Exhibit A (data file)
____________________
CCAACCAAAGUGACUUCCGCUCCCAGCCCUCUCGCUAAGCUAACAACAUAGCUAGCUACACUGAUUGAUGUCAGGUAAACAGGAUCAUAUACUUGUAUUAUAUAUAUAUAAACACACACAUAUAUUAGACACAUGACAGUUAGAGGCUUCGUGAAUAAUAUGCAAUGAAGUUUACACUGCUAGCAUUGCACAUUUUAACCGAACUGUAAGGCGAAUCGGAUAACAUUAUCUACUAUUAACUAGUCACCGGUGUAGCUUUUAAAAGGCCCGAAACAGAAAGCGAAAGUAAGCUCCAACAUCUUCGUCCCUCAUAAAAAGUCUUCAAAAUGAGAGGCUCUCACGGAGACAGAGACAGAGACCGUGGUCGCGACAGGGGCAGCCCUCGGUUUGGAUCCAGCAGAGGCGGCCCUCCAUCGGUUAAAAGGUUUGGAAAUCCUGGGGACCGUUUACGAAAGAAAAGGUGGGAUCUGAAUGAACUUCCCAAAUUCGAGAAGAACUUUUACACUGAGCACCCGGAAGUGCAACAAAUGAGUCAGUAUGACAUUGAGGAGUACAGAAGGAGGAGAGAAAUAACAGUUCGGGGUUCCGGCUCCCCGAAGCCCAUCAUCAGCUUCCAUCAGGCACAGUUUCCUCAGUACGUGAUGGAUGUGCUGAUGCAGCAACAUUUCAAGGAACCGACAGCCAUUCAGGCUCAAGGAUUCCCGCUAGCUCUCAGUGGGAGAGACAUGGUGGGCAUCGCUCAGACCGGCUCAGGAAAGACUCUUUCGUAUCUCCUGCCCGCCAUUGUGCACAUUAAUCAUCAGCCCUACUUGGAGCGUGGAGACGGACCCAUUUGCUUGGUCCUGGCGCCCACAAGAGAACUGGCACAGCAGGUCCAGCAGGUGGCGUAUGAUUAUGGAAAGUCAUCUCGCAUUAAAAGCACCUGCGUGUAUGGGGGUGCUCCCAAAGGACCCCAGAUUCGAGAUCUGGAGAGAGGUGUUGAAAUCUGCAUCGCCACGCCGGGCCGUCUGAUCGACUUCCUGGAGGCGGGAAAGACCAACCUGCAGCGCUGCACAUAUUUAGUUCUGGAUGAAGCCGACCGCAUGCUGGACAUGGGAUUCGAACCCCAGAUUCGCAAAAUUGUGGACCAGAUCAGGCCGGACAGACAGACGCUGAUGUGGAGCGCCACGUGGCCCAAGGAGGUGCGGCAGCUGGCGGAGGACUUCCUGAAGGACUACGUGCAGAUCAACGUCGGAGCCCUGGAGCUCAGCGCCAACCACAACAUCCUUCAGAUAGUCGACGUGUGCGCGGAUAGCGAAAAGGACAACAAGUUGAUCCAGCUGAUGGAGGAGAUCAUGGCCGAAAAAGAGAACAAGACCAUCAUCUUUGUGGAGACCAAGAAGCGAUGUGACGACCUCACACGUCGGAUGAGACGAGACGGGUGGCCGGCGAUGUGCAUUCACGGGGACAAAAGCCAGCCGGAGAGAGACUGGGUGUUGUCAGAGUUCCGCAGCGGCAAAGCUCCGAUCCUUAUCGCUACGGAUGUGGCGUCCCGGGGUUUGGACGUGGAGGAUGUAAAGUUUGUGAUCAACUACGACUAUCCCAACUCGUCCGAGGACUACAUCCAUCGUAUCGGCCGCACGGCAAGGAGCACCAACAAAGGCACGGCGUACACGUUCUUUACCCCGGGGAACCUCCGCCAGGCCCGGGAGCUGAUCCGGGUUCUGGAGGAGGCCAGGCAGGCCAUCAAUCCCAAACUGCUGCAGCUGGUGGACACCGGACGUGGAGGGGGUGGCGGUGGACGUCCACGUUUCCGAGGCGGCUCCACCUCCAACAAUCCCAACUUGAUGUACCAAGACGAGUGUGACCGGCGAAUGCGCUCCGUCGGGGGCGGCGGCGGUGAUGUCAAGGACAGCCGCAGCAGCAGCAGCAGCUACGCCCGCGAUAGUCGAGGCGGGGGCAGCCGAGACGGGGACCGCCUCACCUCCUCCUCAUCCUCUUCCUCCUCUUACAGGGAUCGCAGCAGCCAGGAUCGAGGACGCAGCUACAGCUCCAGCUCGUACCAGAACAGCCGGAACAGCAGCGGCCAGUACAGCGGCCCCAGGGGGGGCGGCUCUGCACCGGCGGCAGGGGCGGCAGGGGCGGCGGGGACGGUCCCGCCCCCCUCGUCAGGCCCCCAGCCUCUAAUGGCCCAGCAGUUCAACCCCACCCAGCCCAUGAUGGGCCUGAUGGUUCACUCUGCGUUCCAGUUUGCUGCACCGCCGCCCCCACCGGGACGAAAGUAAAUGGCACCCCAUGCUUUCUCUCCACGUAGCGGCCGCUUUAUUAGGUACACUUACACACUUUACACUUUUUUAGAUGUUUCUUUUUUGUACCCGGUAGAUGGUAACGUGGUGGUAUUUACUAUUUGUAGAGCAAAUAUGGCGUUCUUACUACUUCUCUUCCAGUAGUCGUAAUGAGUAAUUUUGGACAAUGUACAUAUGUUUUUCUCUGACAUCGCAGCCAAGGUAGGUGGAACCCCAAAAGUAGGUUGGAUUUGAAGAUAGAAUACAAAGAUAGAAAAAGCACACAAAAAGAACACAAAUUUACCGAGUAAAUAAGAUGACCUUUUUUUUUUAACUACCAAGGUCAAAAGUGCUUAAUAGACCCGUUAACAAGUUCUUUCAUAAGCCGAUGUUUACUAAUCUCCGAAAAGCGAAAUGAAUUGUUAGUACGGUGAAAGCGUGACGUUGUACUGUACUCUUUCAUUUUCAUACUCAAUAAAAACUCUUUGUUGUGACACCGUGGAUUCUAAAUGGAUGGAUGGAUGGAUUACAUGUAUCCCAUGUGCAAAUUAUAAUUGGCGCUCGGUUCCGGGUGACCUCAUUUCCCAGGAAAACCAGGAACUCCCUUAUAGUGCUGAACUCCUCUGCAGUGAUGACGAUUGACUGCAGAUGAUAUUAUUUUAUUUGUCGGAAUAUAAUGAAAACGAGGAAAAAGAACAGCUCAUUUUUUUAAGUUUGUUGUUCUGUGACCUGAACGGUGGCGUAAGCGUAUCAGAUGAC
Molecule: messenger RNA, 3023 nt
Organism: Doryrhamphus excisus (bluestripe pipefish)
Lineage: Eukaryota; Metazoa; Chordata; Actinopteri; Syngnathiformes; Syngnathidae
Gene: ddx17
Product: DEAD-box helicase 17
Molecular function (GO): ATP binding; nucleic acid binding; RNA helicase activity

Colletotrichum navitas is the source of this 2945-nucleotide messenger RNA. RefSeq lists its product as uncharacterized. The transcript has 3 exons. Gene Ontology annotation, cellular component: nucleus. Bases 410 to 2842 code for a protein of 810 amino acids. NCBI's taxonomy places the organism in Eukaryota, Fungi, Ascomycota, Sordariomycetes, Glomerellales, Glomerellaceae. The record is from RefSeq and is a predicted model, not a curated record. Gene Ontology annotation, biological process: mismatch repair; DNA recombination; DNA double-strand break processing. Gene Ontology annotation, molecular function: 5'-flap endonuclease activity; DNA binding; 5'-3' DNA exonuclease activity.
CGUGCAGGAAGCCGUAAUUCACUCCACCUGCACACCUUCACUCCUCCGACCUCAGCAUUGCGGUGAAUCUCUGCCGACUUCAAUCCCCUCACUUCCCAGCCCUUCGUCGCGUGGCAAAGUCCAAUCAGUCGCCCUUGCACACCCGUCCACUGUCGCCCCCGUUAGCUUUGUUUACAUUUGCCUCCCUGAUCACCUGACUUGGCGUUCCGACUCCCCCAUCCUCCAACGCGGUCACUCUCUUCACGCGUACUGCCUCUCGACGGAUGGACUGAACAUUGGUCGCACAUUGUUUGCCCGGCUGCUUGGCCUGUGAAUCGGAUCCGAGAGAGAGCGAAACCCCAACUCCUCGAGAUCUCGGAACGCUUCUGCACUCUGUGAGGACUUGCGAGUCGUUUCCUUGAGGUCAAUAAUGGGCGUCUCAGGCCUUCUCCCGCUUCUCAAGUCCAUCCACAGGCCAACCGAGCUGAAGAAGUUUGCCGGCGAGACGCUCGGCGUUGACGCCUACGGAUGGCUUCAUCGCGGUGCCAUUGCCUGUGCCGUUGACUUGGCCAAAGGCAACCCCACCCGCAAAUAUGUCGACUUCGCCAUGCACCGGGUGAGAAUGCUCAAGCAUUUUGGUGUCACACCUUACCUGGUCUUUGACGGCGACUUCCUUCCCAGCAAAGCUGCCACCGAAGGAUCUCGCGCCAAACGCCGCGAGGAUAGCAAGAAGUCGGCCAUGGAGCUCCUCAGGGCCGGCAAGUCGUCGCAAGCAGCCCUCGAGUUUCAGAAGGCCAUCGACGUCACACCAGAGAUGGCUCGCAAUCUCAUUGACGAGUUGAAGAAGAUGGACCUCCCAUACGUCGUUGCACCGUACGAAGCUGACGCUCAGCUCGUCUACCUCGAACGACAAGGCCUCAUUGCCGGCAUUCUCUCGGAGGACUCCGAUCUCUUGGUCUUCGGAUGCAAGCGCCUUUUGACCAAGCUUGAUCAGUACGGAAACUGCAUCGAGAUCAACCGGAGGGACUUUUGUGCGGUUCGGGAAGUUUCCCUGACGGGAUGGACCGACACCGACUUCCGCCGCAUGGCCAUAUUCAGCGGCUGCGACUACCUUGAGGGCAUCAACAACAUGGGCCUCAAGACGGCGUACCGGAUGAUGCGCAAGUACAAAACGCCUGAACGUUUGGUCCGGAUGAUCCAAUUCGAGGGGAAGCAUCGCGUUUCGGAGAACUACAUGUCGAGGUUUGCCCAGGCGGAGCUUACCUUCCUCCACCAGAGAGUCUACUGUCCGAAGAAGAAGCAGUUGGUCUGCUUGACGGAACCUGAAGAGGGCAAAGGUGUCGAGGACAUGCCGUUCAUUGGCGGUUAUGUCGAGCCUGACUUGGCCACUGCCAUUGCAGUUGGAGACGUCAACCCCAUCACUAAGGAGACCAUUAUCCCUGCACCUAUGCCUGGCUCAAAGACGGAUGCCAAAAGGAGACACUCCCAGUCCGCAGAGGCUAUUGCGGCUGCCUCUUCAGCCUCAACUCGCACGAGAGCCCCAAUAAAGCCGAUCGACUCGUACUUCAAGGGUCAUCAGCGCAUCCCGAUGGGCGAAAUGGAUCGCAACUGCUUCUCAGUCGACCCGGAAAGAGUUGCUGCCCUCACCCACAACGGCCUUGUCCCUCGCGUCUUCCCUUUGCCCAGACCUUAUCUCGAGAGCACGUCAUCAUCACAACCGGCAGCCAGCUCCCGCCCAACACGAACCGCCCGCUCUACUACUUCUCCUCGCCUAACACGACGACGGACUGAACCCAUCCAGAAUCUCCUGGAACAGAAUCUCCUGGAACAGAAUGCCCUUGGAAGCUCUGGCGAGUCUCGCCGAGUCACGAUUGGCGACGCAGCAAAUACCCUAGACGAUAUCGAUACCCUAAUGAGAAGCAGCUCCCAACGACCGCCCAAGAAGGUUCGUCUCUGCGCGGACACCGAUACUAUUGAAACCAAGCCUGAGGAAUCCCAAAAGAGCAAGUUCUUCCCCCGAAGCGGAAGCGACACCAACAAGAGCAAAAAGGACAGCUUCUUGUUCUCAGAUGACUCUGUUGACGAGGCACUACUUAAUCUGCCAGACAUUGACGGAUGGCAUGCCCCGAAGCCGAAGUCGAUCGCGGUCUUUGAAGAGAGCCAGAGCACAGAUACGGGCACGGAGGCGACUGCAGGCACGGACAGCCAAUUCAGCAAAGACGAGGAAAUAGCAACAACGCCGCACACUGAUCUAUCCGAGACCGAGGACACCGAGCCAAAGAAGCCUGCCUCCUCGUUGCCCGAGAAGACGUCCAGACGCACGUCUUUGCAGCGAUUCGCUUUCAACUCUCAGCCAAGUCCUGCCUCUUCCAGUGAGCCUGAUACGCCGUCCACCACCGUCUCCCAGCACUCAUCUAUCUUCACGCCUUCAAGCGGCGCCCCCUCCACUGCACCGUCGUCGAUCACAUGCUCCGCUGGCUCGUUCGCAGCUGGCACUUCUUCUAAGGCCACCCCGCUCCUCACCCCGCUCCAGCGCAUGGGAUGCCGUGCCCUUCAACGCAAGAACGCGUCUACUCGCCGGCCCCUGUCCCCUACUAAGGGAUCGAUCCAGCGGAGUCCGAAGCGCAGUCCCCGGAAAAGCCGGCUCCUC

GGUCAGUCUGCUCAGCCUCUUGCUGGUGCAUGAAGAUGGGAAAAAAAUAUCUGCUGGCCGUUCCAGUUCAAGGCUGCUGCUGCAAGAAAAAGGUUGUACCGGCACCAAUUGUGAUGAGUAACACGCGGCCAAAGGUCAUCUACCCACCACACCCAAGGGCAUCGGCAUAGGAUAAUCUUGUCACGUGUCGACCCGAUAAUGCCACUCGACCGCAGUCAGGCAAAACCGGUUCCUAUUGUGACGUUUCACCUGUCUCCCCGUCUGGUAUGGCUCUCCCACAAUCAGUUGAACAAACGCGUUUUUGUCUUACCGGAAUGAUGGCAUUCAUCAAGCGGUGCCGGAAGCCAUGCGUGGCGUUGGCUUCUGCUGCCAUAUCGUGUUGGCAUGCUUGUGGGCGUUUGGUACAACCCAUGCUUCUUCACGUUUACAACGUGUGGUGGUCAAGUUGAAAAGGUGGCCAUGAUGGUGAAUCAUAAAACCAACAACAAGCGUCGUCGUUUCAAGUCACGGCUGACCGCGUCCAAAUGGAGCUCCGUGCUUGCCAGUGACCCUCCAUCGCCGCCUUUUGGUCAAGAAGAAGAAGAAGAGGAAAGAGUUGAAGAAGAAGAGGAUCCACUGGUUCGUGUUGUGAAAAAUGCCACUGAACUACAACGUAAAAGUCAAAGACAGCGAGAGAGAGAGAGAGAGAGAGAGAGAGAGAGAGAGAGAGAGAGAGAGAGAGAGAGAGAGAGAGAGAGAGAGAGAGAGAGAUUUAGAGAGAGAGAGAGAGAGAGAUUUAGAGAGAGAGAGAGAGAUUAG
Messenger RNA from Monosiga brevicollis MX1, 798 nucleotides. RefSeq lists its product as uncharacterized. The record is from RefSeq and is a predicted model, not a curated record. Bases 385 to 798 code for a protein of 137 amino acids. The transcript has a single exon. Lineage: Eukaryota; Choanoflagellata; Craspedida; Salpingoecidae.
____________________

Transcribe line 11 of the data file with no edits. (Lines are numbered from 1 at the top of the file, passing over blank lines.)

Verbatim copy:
Messenger RNA from Monosiga brevicollis MX1, 798 nucleotides. RefSeq lists its product as uncharacterized. The record is from RefSeq and is a predicted model, not a curated record. Bases 385 to 798 code for a protein of 137 amino acids. The transcript has a single exon. Lineage: Eukaryota; Choanoflagellata; Craspedida; Salpingoecidae.